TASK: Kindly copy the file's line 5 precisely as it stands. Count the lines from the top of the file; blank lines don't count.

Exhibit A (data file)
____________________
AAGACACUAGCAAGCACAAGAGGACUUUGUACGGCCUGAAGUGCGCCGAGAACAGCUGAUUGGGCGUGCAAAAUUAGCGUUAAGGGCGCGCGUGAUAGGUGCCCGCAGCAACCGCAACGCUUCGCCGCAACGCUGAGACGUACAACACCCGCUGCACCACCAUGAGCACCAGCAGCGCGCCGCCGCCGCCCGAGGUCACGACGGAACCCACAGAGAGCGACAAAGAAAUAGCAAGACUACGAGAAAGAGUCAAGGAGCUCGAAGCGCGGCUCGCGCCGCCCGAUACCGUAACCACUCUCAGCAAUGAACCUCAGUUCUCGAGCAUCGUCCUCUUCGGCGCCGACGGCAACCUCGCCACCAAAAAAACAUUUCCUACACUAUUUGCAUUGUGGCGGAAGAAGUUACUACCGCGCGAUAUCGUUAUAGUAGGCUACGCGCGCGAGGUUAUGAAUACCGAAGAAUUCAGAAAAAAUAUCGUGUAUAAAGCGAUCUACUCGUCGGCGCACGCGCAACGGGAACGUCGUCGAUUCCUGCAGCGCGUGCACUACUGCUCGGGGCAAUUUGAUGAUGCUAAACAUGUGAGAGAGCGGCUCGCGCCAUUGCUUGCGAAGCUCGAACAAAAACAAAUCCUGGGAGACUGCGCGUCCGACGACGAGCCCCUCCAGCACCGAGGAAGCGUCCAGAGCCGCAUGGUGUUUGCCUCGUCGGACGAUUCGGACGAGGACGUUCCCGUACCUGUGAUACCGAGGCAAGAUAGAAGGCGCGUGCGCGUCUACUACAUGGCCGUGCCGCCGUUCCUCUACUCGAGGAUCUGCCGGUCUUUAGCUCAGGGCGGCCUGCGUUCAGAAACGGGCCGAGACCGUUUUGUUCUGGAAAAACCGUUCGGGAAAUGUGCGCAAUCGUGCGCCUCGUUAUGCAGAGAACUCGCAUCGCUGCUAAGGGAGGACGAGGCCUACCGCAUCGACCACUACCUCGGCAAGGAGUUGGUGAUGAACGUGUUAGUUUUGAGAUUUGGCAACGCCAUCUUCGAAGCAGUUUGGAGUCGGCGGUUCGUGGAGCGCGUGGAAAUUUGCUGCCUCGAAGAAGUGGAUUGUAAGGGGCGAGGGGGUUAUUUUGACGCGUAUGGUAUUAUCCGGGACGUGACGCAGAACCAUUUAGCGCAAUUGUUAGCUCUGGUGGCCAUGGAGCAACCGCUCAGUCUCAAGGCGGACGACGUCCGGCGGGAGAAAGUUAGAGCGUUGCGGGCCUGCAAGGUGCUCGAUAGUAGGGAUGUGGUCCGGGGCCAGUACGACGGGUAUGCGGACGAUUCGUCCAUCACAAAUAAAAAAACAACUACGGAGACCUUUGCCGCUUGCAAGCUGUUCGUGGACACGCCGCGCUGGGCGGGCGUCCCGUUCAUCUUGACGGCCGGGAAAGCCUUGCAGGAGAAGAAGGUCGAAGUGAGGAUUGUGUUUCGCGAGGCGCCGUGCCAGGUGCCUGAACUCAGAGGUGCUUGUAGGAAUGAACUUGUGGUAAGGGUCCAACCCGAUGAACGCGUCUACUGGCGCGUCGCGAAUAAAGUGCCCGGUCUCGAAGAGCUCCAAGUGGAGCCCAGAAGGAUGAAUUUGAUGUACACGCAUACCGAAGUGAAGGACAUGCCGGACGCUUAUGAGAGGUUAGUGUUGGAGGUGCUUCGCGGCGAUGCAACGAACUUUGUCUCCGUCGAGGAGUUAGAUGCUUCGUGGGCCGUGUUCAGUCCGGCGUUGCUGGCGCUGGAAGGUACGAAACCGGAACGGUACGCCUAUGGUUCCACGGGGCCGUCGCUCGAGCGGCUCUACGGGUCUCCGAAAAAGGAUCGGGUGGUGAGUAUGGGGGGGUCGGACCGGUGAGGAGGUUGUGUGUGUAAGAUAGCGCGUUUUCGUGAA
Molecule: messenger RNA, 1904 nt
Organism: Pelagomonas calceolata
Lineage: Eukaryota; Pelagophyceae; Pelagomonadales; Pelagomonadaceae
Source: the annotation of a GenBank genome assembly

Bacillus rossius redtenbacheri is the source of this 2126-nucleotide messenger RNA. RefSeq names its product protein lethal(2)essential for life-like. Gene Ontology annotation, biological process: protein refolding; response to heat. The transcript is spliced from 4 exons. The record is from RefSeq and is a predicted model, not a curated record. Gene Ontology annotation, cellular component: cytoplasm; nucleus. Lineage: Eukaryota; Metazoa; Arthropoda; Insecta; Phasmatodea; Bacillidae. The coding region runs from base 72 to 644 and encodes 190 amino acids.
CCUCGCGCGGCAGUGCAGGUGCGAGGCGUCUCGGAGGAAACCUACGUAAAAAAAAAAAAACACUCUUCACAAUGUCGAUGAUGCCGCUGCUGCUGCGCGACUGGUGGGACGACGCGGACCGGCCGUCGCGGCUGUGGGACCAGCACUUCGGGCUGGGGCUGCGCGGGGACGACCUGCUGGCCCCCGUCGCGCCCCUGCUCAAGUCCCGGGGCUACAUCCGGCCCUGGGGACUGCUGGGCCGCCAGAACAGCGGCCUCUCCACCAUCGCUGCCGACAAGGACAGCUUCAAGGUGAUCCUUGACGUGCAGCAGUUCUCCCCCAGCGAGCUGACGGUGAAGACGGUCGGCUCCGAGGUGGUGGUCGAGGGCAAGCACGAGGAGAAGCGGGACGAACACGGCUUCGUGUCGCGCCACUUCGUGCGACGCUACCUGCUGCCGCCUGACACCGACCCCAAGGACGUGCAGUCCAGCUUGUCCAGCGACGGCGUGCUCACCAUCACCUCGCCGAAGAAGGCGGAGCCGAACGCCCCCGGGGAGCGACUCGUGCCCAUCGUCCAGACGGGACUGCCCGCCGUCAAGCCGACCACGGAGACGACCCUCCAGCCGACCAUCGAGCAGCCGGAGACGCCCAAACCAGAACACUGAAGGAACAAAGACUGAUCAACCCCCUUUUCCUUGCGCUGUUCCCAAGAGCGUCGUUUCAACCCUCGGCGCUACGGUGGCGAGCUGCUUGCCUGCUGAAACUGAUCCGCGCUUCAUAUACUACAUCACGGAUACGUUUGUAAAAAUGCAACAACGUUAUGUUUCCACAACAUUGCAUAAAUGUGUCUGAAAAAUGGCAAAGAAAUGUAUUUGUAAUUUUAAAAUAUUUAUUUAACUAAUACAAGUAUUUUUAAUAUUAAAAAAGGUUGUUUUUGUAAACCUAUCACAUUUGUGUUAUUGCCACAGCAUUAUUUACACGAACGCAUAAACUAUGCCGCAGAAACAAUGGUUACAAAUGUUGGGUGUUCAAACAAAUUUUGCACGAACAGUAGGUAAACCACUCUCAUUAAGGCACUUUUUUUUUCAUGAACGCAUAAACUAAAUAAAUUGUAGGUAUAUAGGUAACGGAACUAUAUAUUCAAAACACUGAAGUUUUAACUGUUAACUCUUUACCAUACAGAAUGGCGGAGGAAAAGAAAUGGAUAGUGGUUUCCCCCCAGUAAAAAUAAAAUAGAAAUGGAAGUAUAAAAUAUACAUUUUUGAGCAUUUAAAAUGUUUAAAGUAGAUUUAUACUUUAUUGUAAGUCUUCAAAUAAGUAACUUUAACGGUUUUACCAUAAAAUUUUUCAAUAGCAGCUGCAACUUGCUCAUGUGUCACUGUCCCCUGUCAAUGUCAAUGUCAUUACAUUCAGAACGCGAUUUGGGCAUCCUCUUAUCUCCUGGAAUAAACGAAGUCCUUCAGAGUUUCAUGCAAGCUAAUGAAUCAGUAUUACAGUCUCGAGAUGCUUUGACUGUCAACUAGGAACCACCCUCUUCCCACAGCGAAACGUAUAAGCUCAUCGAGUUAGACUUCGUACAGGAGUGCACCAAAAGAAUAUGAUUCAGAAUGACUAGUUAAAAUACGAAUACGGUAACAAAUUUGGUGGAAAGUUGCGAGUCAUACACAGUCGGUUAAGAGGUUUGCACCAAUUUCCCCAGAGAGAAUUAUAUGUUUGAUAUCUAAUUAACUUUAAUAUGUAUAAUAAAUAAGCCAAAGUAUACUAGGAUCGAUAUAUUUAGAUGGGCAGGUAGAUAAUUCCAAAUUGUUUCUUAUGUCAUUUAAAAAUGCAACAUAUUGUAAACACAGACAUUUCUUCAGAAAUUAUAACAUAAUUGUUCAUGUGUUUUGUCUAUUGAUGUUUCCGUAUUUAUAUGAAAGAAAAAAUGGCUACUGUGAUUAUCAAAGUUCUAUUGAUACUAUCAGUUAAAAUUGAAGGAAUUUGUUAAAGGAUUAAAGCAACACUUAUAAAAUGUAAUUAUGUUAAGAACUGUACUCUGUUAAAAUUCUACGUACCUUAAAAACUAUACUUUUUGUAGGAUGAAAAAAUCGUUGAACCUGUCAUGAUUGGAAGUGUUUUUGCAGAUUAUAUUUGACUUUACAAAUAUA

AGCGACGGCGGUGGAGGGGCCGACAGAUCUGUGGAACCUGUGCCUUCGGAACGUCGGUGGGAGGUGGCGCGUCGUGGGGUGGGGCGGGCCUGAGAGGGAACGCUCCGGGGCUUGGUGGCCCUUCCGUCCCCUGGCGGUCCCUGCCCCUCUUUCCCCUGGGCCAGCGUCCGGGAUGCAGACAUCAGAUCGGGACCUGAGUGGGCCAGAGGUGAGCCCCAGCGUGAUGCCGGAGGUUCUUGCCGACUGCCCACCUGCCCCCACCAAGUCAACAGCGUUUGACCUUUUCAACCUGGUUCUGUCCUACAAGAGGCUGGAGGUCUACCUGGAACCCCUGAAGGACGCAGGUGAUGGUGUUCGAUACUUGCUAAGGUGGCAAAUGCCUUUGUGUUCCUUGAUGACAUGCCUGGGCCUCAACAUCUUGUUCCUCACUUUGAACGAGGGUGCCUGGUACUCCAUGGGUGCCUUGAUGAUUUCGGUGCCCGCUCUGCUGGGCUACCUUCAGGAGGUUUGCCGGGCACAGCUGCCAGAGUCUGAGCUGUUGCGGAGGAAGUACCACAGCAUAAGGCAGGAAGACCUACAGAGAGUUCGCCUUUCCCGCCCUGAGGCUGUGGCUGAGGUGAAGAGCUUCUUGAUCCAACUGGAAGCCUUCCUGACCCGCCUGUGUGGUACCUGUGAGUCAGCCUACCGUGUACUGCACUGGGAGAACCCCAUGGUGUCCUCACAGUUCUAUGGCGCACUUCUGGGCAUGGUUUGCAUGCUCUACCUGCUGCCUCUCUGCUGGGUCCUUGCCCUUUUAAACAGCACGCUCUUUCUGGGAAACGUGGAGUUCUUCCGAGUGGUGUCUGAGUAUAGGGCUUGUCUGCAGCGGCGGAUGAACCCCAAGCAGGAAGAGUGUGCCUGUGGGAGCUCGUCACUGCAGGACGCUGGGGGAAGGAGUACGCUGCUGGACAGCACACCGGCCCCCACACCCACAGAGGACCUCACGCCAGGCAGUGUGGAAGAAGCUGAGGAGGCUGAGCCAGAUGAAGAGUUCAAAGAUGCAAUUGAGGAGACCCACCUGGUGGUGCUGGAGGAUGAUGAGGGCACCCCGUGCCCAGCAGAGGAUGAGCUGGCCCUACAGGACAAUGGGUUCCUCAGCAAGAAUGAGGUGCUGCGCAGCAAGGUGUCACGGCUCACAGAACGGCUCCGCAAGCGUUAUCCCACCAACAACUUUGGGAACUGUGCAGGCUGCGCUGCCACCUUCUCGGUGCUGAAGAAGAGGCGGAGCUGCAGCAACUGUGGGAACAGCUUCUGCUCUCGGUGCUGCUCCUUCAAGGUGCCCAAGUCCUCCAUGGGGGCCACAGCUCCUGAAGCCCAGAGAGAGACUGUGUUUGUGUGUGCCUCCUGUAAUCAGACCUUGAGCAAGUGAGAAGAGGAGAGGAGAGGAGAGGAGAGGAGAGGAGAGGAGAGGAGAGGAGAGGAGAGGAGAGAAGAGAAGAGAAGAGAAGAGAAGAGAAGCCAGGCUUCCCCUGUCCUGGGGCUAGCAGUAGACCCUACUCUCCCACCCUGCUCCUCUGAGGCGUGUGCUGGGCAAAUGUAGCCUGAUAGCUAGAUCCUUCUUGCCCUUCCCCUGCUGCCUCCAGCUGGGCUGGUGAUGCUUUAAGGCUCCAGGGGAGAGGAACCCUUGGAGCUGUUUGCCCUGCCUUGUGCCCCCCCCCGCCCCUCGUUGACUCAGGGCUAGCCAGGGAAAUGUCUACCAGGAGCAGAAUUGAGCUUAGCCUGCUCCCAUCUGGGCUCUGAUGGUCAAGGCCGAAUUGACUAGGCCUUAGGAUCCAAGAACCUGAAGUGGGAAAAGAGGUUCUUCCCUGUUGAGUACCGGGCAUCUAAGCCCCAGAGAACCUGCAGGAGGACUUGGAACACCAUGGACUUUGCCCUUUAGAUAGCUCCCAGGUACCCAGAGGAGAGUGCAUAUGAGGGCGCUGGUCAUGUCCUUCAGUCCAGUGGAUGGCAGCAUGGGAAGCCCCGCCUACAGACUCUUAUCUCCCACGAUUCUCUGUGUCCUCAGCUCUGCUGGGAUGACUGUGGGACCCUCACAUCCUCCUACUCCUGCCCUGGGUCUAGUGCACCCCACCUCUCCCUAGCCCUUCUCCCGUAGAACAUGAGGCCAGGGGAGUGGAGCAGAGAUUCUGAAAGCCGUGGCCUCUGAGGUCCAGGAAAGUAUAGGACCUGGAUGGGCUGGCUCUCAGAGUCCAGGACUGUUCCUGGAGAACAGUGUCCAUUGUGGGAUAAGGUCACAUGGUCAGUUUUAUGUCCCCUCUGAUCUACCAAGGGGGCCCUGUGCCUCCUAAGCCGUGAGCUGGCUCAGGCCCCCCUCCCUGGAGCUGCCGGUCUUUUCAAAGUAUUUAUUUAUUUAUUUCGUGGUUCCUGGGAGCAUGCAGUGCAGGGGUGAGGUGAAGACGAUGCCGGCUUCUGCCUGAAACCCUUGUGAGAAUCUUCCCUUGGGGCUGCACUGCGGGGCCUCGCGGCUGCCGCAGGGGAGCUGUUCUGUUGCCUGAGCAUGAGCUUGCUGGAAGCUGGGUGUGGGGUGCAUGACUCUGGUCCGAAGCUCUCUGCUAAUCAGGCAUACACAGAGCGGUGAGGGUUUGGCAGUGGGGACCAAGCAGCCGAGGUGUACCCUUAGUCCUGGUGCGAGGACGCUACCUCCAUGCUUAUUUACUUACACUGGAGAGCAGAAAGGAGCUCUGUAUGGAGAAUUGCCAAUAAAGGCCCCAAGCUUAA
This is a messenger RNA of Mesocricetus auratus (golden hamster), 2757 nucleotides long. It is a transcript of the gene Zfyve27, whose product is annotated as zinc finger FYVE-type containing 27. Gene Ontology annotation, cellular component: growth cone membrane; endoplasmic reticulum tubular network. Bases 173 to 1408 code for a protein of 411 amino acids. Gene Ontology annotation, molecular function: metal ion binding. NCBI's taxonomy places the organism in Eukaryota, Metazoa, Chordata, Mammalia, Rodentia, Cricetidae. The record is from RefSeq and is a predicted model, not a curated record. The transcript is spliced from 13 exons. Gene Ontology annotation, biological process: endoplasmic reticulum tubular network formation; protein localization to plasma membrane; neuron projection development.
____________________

Source: the annotation of a GenBank genome assembly